Stephen Gibb, son of Barry Gibb of the Bee Gees, has written music and toured with his father for so many years now one might think that the Miami Beach musician was a Bee Gee by birth.
To some extent, Gibb’s early arts awakening was informed by the pop, R&B and dance music he heard around the house from his prodigious dad and his late uncles, Robin and Maurice Gibb. Together, the Brothers Gibb, along with their late youngest brother Andy, wrote the soundtrack for multiple generations dating back to the 1967 release of Bee Gees 1st. Made-in-Miami ’70s and ’80s classics like Jive Talking, the Saturday Night Fever tunes, Shadow Dancing, the music Barry wrote and produced for Barbra Streisand’s landmark Guilty album and You Win Again cemented the trio’s legacy.
“In my situation I was surrounded by music, always, and had a feeling that this was where I was supposed to be, but I never had the ‘light bulb’ situation,” Gibb says.
But the rocker, 41, also recalls one formative moment — the night the Army called in 1979. The Kiss Army.
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“My dad took me to go see Kiss, the Dynasty Tour at the Hollywood Sportatorium, when I was six years old, and that lit the obsession, that fire for music. I went from Kiss to listening to all kinds of music: Led Zeppelin. Black Sabbath. Ozzy Osbourne — he was a big influence. I was into that hard rock thing,” Gibb says.
To be in a room with him, writing songs, is a dream come true.
Stephen Gibb, on writing songs and playing music with his father Barry Gibb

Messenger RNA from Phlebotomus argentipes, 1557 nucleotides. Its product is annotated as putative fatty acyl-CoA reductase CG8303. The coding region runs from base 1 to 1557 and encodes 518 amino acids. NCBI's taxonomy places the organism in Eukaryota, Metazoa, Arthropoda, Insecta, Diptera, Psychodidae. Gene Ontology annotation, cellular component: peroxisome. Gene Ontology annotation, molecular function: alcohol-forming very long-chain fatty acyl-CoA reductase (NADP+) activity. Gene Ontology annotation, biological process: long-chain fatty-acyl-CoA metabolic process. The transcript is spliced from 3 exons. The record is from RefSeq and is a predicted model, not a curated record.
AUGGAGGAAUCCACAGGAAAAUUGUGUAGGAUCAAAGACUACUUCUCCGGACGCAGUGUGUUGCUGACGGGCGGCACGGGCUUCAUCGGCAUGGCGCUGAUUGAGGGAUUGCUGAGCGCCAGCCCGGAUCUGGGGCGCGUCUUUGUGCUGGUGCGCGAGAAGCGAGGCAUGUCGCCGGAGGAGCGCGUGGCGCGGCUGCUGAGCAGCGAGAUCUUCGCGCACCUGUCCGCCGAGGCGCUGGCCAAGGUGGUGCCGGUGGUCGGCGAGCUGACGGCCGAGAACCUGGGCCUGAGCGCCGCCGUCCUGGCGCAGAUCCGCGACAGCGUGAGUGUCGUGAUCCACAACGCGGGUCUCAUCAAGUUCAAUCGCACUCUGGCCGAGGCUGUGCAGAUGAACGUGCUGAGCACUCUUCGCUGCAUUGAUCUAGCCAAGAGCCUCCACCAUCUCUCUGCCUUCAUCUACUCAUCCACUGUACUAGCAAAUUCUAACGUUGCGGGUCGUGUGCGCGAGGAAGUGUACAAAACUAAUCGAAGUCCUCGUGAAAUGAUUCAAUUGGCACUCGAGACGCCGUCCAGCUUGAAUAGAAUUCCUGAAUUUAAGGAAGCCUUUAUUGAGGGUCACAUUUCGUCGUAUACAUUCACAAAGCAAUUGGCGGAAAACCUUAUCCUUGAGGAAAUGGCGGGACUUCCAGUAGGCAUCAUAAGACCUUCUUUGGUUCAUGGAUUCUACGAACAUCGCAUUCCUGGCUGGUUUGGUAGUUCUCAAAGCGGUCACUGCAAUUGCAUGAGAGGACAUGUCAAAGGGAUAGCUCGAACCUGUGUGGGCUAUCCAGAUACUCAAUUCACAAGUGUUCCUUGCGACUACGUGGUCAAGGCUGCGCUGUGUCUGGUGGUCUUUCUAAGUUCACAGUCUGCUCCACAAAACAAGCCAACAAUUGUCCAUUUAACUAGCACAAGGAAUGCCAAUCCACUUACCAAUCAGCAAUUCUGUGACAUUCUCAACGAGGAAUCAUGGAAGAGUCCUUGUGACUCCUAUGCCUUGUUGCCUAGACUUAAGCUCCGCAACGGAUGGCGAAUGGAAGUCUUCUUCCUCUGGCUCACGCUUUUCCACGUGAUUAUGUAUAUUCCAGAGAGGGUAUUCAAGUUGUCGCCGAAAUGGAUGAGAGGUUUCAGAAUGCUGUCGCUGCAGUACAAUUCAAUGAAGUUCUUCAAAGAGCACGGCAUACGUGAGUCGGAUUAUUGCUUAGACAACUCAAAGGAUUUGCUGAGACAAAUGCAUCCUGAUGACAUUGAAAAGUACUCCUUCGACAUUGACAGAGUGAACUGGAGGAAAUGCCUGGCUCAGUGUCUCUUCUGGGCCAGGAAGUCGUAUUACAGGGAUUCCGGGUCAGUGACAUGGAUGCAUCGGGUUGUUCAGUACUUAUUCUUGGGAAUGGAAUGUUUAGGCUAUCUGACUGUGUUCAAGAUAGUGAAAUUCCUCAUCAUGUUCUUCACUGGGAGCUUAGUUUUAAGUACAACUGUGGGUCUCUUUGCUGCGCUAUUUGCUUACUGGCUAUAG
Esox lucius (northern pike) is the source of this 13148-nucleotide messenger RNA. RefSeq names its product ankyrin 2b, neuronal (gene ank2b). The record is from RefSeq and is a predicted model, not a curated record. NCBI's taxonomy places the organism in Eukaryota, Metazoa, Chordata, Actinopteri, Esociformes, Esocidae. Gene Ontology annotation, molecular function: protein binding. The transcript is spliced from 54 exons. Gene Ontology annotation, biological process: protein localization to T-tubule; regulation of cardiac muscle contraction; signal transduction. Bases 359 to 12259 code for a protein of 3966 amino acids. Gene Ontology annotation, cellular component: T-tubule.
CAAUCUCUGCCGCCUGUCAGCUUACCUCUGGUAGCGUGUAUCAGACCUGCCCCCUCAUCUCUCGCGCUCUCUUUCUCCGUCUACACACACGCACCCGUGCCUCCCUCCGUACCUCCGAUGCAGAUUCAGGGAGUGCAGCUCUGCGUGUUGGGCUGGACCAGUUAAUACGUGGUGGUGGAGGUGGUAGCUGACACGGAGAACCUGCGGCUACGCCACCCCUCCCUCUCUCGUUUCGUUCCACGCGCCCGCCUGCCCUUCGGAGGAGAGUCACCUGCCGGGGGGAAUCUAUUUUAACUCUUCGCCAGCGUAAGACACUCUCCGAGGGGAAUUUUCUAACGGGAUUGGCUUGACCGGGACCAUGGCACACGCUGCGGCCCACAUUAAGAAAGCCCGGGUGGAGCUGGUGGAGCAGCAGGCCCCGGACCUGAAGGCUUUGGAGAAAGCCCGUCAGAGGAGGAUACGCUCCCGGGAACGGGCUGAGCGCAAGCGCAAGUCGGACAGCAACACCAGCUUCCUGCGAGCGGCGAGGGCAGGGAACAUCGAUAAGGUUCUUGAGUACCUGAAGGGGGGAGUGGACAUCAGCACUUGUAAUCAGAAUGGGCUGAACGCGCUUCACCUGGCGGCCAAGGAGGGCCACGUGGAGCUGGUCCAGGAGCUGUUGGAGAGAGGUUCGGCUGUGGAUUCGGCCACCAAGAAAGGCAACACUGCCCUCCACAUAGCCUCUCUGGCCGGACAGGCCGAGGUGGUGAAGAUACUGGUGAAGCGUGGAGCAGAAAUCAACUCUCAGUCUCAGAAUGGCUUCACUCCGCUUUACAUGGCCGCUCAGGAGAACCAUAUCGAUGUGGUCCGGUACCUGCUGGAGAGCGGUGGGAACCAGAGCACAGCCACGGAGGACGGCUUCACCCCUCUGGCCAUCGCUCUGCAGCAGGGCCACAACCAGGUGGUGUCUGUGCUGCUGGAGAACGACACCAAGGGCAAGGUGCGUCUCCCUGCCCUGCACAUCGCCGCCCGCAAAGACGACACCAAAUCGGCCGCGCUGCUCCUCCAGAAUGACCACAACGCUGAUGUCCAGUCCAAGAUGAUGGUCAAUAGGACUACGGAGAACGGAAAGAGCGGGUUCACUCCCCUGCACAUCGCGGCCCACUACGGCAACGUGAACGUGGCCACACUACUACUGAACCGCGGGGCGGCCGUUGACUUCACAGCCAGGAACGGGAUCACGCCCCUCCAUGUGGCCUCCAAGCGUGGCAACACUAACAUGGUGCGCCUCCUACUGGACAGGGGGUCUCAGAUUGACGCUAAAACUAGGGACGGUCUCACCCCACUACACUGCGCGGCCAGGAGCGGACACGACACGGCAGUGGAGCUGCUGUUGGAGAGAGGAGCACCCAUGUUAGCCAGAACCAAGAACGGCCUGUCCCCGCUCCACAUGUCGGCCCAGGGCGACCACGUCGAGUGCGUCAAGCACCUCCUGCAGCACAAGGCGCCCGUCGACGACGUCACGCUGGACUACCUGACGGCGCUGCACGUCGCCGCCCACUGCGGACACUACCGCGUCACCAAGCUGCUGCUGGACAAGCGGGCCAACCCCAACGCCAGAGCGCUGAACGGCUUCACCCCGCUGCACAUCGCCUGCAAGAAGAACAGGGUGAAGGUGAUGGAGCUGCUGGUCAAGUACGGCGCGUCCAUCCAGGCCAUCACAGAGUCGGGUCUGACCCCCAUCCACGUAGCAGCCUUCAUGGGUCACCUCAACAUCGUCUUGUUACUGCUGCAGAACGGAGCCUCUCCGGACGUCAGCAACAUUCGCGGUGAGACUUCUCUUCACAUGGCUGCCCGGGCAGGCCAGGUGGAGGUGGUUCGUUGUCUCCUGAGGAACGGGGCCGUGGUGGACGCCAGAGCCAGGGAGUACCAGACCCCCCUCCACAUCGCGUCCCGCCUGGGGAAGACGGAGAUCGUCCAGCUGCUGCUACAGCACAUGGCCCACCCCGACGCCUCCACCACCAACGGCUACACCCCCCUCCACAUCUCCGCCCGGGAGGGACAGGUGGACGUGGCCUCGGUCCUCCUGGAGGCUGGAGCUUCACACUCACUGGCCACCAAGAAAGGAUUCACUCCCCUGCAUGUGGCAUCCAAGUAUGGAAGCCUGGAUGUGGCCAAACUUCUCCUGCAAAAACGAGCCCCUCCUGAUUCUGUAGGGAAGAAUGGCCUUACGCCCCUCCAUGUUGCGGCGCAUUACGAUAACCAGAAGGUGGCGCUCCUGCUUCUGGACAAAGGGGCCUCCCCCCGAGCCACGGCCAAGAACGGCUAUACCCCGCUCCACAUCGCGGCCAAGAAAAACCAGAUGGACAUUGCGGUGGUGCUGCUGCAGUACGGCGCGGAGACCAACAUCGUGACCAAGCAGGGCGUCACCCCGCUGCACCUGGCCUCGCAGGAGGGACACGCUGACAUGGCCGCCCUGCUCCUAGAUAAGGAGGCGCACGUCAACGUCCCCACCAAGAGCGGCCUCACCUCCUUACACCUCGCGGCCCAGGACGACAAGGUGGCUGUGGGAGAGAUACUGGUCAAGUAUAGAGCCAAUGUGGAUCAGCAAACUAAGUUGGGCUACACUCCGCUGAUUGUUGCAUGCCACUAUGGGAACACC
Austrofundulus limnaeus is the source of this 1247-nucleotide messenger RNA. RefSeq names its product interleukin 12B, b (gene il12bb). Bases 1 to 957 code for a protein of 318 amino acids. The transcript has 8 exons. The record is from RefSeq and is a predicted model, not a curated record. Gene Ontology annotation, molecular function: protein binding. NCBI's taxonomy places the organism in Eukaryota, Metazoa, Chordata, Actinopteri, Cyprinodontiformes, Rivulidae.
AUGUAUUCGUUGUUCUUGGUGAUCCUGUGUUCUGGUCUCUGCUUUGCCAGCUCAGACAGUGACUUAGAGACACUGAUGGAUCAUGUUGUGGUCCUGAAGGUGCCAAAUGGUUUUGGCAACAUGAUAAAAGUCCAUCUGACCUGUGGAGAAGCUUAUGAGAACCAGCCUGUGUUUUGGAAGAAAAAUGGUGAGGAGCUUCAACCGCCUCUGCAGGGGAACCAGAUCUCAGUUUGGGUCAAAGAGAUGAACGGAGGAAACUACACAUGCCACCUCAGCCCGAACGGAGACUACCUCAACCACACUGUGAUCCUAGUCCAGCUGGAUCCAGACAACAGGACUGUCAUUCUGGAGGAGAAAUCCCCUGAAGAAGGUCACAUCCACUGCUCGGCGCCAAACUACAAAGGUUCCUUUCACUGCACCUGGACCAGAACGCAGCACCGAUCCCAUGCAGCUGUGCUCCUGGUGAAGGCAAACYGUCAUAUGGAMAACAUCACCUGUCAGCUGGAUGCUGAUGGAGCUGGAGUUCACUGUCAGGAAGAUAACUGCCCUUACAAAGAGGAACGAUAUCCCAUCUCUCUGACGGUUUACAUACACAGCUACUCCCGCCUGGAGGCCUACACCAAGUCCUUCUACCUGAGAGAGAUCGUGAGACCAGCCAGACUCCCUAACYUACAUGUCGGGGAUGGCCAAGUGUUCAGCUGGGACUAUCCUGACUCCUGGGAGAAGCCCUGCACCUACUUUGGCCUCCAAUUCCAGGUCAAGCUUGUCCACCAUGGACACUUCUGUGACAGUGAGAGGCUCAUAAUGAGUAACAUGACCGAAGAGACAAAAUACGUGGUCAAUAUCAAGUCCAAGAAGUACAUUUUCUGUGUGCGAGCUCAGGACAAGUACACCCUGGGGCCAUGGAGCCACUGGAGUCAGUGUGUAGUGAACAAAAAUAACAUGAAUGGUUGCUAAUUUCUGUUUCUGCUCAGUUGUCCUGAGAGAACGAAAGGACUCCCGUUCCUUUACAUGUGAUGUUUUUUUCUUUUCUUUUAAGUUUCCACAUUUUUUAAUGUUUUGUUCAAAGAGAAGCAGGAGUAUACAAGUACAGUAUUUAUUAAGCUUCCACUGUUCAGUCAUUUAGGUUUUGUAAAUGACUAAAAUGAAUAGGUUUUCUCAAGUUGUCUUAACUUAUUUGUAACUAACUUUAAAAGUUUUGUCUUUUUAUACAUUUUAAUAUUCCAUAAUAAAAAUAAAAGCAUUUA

His next awakening was explosive and lasting.
“I was at my next door neighbor’s house, and he had a band,” Gibb recalls. “I was probably 13. I heard Eruption by Van Halen, and at that point I remember picking up this guy’s guitar and I had him play it again — louder, louder, LOUDER — and at that point all I wanted to do was play guitar and play music, and I really didn’t look back.”
Later, Gibb played in various hard rock bands, including the Underbellys and 58 with Mötley Crüe’s Nikki Sixx in the ’90s. Lately, he’s backed friends in Saigon Kick and Jasta. Since 1997, he’s joined his father on stage at Bee Gees and solo shows, including a recent performance earlier this year for the Miami Beach centennial.
On Saturday night, Gibb will perform with Saigon Kick at Duende, a street festival on SW Second Avenue near Revolution in Fort Lauderdale, to celebrate Broward County’s 100th anniversary. He and the band are expected to go on around 10:30 p.m. on the East Stage.
Gibb is currently recording songs with longtime collaborator Bobby MacIntyre at Studio 71 in El Portal for a solo album due early next year. He is also writing and playing on a Barry Gibb solo album also due in early 2016.
“I think it will blow people’s minds. It will be something different than people are expecting from him and yet, it’s him,” he says.
The surge in songwriting adds to a growing catalog of songs the younger Gibb has written for other artists.
Would you believe this Eruption-loving, hardcore rocker co-wrote precious metal (of the platinum kind) for Barbra Streisand? Yes, that Barbra Streisand of “soft as an easy chair” balladry. Father and son co-wrote melody-rich pop songs for her 2005 Guilty sequel, Guilty Pleasures.
Confounding expectations is a Gibb hallmark, he explains.
“It’s the need to continually challenge yourself artistically and surpass what you’ve done before,” Gibb explains. “I know, for myself, I’m always seeking to do things that are out of my comfort zone, and the greatest gift playing with my dad is that it is so far away from anything I was doing growing up. Making music these days is not an easy thing, it’s the hardest it’s ever been. But the truth is I couldn’t imagine doing anything else.”
If you go
What: ‘Duende,’ Broward County’s centennial festival street party, featuring Saigon Kick with Stephen Gibb.
Where: SW Second Avenue, from the Broward Center to Revolution in Fort Lauderdale.
When: 10:30 p.m. Saturday (time is approximate).